The CEO of one of Scotland’s leading drugs charities has warned the coronavirus crisis could lead to a surge in fatal overdoses and called for workers to be redeployed to home deliver replacement therapies.
David Liddell, CEO of the Scottish Drugs Forum, said reduced opening hours in community pharmacies had led to “far more people” being moved from daily supervised dispensing of methadone and buprenorphine to weekly or fortnightly ‘take home’ doses.
Mr Liddell highlighted concerns this could lead to a rise in drug deaths and called for home deliveries “using people redeployed from other services or volunteers”.
“The age profile of people with drug problems (over half are aged over 35) is such that many have multiple morbidities and are therefore a high risk group for Covid-19,” he said.
“The co-morbidities affect respiratory capacity including chronic obstructive pulmonary disorder, which is common in people who smoke tobacco or other drugs.
“They should be self-isolating but this is impossible when people need to visit services.”
The Scottish Government announced on Monday an emergency funding package to improve access to the anti-overdose medication naloxone and boost services in the wake of the coronavirus pandemic.
A pot of £166,000 will be dedicated to making the treatment available in “new settings” during the crisis, increasing capacity on helpline and webchat services, and launching a major publicity campaign signposting support for alcohol and drug users.
Help will also be made available for those affected by a loved one’s alcohol and drug use through the Supporting Families Fund.
It will include a discretionary emergency fund for families, online wellbeing activities, family meals, wellbeing packs and counselling support.
Mr Liddell welcomed the announcement of additional funding but warned the “huge challenges” facing frontline services are “unlikely to improve quickly or in the near future”. He said there are concerns the strain will lead to more fatal overdoses.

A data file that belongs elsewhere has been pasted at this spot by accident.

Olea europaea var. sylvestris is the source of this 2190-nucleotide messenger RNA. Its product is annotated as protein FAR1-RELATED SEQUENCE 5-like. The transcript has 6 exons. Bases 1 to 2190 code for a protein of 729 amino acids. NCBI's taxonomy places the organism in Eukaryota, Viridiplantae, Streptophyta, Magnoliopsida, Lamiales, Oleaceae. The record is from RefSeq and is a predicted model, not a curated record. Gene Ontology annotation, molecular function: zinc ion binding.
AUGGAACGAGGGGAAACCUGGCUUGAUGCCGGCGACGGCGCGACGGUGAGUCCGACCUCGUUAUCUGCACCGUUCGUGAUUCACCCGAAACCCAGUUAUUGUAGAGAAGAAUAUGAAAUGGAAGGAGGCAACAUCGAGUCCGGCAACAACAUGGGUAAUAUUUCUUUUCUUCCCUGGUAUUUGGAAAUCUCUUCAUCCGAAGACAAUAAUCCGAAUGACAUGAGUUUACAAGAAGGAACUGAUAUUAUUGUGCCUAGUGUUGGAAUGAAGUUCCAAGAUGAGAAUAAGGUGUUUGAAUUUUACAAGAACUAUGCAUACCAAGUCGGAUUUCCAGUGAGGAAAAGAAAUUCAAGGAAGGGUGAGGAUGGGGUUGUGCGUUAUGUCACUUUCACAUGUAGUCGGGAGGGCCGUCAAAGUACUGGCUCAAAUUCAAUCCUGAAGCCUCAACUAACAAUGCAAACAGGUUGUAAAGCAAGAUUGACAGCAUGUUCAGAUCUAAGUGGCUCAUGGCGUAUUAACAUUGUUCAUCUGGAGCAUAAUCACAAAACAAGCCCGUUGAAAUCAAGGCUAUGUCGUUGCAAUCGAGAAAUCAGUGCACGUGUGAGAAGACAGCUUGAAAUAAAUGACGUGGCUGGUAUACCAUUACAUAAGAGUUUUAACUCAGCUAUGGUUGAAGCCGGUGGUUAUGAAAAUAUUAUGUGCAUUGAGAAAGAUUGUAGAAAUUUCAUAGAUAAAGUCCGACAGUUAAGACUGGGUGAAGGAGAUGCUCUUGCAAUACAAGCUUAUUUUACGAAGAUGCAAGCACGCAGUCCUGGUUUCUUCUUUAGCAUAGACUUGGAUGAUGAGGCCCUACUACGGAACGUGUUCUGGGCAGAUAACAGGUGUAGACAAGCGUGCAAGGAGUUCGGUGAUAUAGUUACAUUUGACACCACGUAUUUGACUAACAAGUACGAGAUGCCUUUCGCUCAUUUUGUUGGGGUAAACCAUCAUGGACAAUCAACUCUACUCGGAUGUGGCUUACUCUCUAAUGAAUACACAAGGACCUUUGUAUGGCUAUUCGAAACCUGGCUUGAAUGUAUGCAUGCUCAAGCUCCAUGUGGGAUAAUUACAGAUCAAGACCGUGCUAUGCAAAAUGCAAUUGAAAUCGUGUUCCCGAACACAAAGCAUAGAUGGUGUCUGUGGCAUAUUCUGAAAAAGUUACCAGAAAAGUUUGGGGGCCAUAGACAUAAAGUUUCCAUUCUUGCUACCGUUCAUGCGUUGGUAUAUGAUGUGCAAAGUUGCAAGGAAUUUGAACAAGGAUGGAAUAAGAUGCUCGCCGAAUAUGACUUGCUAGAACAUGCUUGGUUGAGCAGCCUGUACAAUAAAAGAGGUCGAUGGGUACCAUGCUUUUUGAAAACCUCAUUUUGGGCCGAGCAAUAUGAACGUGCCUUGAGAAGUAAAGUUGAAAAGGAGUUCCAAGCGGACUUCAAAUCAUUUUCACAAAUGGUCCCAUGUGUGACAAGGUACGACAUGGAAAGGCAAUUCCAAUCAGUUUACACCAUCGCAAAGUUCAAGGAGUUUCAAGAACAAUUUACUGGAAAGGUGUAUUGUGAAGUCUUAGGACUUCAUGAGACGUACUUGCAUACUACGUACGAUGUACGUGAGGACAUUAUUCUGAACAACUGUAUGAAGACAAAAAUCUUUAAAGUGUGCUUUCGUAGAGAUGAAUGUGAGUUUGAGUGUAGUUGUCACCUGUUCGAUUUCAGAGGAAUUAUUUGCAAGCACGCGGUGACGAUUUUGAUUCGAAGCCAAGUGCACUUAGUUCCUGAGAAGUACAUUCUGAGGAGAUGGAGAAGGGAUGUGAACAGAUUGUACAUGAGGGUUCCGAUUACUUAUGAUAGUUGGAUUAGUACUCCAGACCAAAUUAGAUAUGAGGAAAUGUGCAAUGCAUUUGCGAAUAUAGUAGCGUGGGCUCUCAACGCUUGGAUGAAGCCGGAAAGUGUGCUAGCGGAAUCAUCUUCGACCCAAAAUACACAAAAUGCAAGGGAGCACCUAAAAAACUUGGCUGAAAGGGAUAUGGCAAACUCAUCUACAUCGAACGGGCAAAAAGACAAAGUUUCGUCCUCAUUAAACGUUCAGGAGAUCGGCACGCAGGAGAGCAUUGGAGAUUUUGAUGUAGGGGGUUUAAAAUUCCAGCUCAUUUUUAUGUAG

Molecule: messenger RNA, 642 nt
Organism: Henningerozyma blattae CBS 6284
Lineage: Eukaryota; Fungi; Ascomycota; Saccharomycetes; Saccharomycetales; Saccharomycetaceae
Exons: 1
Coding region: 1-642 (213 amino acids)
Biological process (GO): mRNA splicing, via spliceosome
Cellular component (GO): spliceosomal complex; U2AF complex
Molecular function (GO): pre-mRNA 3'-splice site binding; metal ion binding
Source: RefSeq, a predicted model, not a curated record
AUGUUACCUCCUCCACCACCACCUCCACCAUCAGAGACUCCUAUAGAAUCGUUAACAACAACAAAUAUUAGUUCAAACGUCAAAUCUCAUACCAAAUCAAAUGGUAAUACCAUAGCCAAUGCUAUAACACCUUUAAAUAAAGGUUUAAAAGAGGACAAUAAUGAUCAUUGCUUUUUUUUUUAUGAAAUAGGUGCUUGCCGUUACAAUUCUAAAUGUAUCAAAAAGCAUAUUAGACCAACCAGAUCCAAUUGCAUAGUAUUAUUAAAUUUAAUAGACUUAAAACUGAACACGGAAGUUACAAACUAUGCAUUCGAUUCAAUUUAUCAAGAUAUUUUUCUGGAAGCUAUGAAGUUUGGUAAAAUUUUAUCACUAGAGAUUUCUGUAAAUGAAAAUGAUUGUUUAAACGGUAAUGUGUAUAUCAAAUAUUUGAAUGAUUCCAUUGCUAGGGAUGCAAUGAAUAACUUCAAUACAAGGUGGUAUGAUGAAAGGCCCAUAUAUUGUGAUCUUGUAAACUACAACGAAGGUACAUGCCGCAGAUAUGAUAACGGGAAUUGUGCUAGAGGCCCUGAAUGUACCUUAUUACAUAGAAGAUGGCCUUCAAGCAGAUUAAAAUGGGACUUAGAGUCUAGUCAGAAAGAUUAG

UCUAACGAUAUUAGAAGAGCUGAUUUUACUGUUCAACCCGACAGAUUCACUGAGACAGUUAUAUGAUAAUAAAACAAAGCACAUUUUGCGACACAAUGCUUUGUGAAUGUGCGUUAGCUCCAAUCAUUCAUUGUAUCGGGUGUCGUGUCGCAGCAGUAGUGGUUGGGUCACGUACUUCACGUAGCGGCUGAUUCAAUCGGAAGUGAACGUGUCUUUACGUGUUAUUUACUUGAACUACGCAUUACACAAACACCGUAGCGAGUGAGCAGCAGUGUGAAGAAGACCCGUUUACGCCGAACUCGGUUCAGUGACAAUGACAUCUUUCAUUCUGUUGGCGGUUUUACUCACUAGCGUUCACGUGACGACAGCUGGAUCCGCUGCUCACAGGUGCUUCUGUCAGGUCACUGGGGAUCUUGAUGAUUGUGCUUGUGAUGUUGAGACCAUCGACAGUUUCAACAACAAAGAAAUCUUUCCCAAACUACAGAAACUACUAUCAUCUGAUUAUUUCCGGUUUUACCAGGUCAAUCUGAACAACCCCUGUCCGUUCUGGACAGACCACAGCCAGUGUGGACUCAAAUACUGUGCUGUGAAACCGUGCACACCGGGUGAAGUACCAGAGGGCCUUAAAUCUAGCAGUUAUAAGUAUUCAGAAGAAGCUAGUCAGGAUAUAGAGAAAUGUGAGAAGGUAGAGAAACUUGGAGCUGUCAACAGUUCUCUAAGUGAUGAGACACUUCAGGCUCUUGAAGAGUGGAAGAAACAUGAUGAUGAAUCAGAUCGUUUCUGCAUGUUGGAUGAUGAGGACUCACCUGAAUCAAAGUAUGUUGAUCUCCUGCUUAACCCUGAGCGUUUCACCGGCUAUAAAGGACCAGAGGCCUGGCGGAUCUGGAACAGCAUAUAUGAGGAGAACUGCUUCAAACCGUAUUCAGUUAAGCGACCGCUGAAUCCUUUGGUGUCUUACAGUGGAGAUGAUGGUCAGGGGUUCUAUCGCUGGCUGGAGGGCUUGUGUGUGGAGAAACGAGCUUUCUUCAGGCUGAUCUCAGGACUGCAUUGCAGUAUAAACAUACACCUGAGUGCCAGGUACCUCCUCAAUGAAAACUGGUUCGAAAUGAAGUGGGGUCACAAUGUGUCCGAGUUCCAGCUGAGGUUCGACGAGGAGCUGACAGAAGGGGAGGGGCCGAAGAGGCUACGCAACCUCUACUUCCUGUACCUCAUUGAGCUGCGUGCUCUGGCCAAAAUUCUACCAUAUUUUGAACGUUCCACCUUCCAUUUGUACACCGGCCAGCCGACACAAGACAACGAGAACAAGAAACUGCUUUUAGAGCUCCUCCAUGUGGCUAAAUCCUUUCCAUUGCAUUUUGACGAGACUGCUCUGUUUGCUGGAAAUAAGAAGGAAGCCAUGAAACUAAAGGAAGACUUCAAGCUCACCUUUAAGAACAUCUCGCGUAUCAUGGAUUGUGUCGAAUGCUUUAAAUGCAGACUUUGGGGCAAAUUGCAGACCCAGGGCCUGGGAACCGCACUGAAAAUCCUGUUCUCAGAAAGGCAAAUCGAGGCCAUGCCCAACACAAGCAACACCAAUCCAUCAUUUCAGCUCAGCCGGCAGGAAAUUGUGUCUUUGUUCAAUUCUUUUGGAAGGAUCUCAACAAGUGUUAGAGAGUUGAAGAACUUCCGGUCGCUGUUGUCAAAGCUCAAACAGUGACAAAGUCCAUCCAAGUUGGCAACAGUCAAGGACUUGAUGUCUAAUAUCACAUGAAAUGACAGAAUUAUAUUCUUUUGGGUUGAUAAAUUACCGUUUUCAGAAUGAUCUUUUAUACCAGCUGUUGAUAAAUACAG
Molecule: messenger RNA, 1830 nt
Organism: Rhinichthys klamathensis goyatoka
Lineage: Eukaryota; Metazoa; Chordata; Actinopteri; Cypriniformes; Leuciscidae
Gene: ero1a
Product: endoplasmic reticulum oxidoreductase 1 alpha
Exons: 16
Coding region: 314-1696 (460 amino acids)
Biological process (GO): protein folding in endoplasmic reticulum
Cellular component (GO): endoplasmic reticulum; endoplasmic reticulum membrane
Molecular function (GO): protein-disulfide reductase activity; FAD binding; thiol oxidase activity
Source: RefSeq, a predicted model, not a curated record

“To mitigate against this, many areas are maintaining supervision for a minority identified as being at greatest risk,” Mr Liddell said.
“Ensuring people have naloxone is also crucial.”
Announcing the measures on Monday, public health minister Joe FitzPatrick said funding would be ring-fenced to link people with others in recovery through the Scottish Recovery Consortium.
“Responding to the coronavirus pandemic is one of the biggest challenges of our lifetime and it will disrupt so many lives like never before,” he said.
“Protecting and supporting everyone during these unprecedented times is our priority.
“We’ve worked closely with organisations on the front line to create this package of measures to ensure we continue to support those affected by alcohol and drug use.
“By working together and observing the latest guidance, we can all play our part in keeping everyone safe.”
Funds will come from the overall total of £93.8 million being invested in 2020/21 to reduce harm from drug and alcohol use.
This includes new funding of £20 million in the Scottish Budget to support the work of the Drug Deaths Taskforce and Alcohol and Drug Partnerships across Scotland.
It comes after health professionals and community support workers warned last month about the “devastating” effect the coronavirus outbreak could have among drug users and homeless people.
First Minister Nicola Sturgeon said the funding had been made available to “make sure” help is on hand for those who need it.
She said: “The Scottish Government has been working on how we address drug and alcohol misuse with our Drug Deaths Taskforce and a number of organisations, including the Scottish Drugs Forum, Scottish Families Affected by Alcohol and Drugs and Public Health Scotland.
“Today we are providing funding of £166,000 to support those with drug and alcohol issues. Amongst other things, this will fund a publicity campaign helping people to know where they can get support during this pandemic, and it will improve access to Naloxone – a medication which reverses opiate overdoses.
“We know that times like these, which are difficult for everyone, people will need help to deal with alcohol and drug-related problems and we want to make sure that help is available.”
Meanwhile, Simon Little, independent chair of the Dundee Alcohol and Drugs Partnership, sought to reassure people that essential services will continue.
He said: “Although face-to-face clinics have been suspended, telephone and online contact is available and I know there have been innovative responses to individual circumstances.
“If you do not need to self-isolate, you can continue to pick up your prescription from your community pharmacy.
“If you do need to self-isolate, you should do so and contact your normal service for advice and guidance. However, as services are under very significant pressure, please be patient if you don’t get through first time.”
Mr Little added: “Services are preparing for increasing numbers requiring to self-isolate and shield and it is possible that further changes to how services are delivered will be required.
“The focus must be on what is essential and best able to keep people safe, including those that care for them.”